6. The Frighteners (1996) Though not entirely successful, Jackson's supernatural horror comedy is noteworthy primarily because it represents his first film with a Hollywood studio working with a big movie star. Michael J. Fox plays a paranormal investigator con artist who actually does see ghosts and gets caught up with an evil spirit that has the power to kill other ghosts. Producer Robert Zemeckis originally wanted a spin-off of Tales from the Crypt (which he also produced), but liked the screenplay by Jackson and Walsh so much that he had it turned into a feature with Jackson directing. The results are messy, with Jackson fully embracing digital effects for the first time and trying to combine horror and comedy in the same way at which he had succeeded in the past. Whether it was the rushed post-production schedule or Jackson's efforts to make a more "mainstream" movie, The Frighteners never fully comes together despite having a ton of stuff to really love. The film's visual energy and the Jeffrey Combs performance feel like the most "Peter Jackson" elements. This was the final theatrical starring role for Michael J. Fox.

7. The Lord of the Rings (2001-2003) There's no real sense in trying to choose just one of Jackson's original Middle Earth trilogy (I hate that we have to distinguish which Middle Earth trilogy we're talking about), as they're all part of one long story and one unprecedented cinematic achievement. At its time, this had to be the biggest gamble in movie history: three three-hour films with a combined budget of hundreds of millions of dollars, shot simultaneously by a filmmaker who had not been tested working on this kind of blockbuster scale. Had the first movie flopped, it would have spelled disaster for New Line. Thankfully, Jackson and his collaborators knocked it out of the park three times in a row, creating a series of films not just beloved by fans of J.R.R. Tolkien's beloved books but by audiences at large. This series captured the public's imagination in a way that no movies had since the original Star Wars trilogy. They also earned Jackson a bunch of Oscars (almost all for 2003's Return of the King, but really for the entire series) and gave him carte blanche to do whatever he wanted.
8. King Kong (2005) Jackson used his Lord of the Rings cache to remake King Kong, his favorite movie of all time. Though I'm a big fan of the movie, I can recognize that the results are very mixed. Despite state-of-the-art digital effects and an impressive motion capture performance by frequent collaborator Andy Serkis, Jackson's Kong feels strangely hollow -- it's blockbuster spectacle in the service of blockbuster spectacle, losing the humanity and character work that made his Lord of the Rings films feel so special. I've often argued that King Kong is about being a blockbuster, but that's probably a reach. Despite the bounty of imagination on display and Jackson's ability to create several breathless action setpieces, King Kong feels bloated and disorganized in a way that hardly any of Jackson's past films have, save maybe for The Frighteners.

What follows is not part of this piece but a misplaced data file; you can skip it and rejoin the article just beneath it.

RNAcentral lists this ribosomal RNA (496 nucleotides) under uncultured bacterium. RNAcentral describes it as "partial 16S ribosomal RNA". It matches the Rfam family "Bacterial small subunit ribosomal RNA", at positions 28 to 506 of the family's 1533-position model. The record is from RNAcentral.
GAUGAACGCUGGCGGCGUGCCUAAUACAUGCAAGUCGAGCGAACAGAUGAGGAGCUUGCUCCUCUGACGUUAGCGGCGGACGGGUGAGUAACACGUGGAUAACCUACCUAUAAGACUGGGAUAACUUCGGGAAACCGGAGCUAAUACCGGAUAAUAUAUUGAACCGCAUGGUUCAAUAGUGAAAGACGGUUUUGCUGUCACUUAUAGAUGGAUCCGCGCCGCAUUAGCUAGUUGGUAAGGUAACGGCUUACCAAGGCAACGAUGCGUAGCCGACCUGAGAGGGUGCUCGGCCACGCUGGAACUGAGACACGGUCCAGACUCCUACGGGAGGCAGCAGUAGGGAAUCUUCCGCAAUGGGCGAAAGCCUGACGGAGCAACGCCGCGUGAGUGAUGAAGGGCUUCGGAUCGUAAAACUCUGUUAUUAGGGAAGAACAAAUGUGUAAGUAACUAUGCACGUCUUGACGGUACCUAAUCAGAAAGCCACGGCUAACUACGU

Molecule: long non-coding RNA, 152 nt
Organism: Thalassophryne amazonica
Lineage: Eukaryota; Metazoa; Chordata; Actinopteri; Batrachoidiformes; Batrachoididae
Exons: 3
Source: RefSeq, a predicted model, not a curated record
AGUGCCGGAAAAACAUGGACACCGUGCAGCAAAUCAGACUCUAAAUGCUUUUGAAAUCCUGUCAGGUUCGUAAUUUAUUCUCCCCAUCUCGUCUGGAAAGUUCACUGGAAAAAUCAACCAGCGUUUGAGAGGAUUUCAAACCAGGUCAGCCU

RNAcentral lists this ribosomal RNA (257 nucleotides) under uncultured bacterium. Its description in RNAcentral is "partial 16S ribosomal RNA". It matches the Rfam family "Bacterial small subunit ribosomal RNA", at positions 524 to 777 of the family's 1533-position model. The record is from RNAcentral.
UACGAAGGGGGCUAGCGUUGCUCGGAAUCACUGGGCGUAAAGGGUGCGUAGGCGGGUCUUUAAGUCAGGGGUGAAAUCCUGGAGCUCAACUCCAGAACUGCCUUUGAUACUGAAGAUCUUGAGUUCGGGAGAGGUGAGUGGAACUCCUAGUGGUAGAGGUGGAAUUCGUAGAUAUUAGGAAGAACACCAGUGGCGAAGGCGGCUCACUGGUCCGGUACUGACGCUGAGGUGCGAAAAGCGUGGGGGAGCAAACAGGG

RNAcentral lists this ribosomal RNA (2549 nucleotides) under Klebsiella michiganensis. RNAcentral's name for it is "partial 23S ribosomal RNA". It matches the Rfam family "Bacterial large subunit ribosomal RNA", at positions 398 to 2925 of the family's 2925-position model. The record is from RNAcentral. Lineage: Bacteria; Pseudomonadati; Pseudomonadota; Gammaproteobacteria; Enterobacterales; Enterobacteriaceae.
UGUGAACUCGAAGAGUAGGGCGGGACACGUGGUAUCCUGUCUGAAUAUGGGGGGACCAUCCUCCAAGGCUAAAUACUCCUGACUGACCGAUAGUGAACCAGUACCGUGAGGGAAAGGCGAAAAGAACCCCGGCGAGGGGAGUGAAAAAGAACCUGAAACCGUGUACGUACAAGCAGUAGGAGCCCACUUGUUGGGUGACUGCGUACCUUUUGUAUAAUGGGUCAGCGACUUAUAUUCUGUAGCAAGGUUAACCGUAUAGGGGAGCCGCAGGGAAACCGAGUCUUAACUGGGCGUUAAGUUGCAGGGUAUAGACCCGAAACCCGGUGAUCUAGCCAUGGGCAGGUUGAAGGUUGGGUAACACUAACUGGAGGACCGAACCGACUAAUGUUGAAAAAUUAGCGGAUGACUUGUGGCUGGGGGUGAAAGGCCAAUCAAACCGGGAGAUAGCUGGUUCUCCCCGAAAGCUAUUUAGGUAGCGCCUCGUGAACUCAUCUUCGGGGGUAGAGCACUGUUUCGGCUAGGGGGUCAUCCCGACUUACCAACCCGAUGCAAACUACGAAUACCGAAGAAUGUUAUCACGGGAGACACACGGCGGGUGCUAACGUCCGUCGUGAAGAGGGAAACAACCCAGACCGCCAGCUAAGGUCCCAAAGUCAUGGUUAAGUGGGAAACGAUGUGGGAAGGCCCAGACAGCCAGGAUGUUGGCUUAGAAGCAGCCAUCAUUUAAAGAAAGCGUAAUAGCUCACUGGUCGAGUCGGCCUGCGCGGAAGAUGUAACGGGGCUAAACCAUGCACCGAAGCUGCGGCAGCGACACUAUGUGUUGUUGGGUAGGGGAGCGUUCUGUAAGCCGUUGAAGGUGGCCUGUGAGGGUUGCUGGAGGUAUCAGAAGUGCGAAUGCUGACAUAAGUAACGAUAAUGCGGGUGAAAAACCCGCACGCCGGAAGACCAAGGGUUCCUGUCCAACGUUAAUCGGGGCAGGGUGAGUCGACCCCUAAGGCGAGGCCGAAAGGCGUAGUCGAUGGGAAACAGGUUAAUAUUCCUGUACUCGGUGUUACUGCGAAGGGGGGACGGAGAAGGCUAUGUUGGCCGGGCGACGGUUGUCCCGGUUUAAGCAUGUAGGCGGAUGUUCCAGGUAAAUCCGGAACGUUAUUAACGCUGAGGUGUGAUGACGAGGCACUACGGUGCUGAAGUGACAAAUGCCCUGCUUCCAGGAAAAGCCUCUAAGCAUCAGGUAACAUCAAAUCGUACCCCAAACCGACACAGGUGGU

9. The Lovely Bones (2009) Here's the proof that the Peter Jackson we once knew and loved might be gone forever. This is the kind of terrible movie that only a visionary filmmaker makes, as Jackson (again collaborating with Fran Walsh and Phillipa Boyens, his co-writers on the LotR trilogy) commits to every terrible idea with the same confused passion he brought to his King Kong remake. In adapting Alice Sebold's beloved novel, Jackson makes several disastrous storytelling choices and puts more focus on the effects, creating a digitally beautiful "in between" where lead character Susie Salmon (Saoirse Ronan) goes after she's murdered by a pedophile. Movies! Unlike Heavenly Creatures, his previous success combining fantasy and tragedy, Jackson loses the humanity in his story; none of the drama works and nearly every performance is flat or totally miscalculated (though maybe Jackson can't totally be blamed for Mark Wahlberg, who stepped in at the last minute after Jackson fired Ryan Gosling). There are a number of reasons why Jackson would go back to the well to make his Hobbit trilogy, but I have to believe that the failure of The Lovely Bones played a part in his returning to the safety of Middle Earth.


  1. Awesome article! I have not heard of Forgotten Silver and thought I had tackled Jackson's filmography in full. Bumping this to the top of my queue.

    Damnit, Patick! Stop giving me more shit to watch!!

    1. Yeah. Double Dammit from me to. All the new stuff to watch and new columns flying at us everyday to read too. I cant bloody keep up ;)
      Im still trying to find a free night where I want to watch Halloween and Satans little helper as a double bill.

      And im with you on Braindead. Its just out and out fantastic. I really love it

  2. I had a similar watershed moment the first time I saw Dead Alive in the 90’s. I could not believe what I was seeing (in a good way). I honestly doubt it will ever be topped; how could it? It turned me into a Jackson fan for life, although The Lovely Bones did some serious damage…

  3. Jackson may not have gotten a fancy "Special Guest Director" credit or anything, but judging by his involvement evidenced on the dvd, The Adventures of Tintin: The Secret of the Unicorn arguably deserves a mention on this list. (Will I seize upon any old excuse to mention TAoT:TSotU? Mayyyybbbee....) Bring on the Jackson-directed sequel forthwith, I say!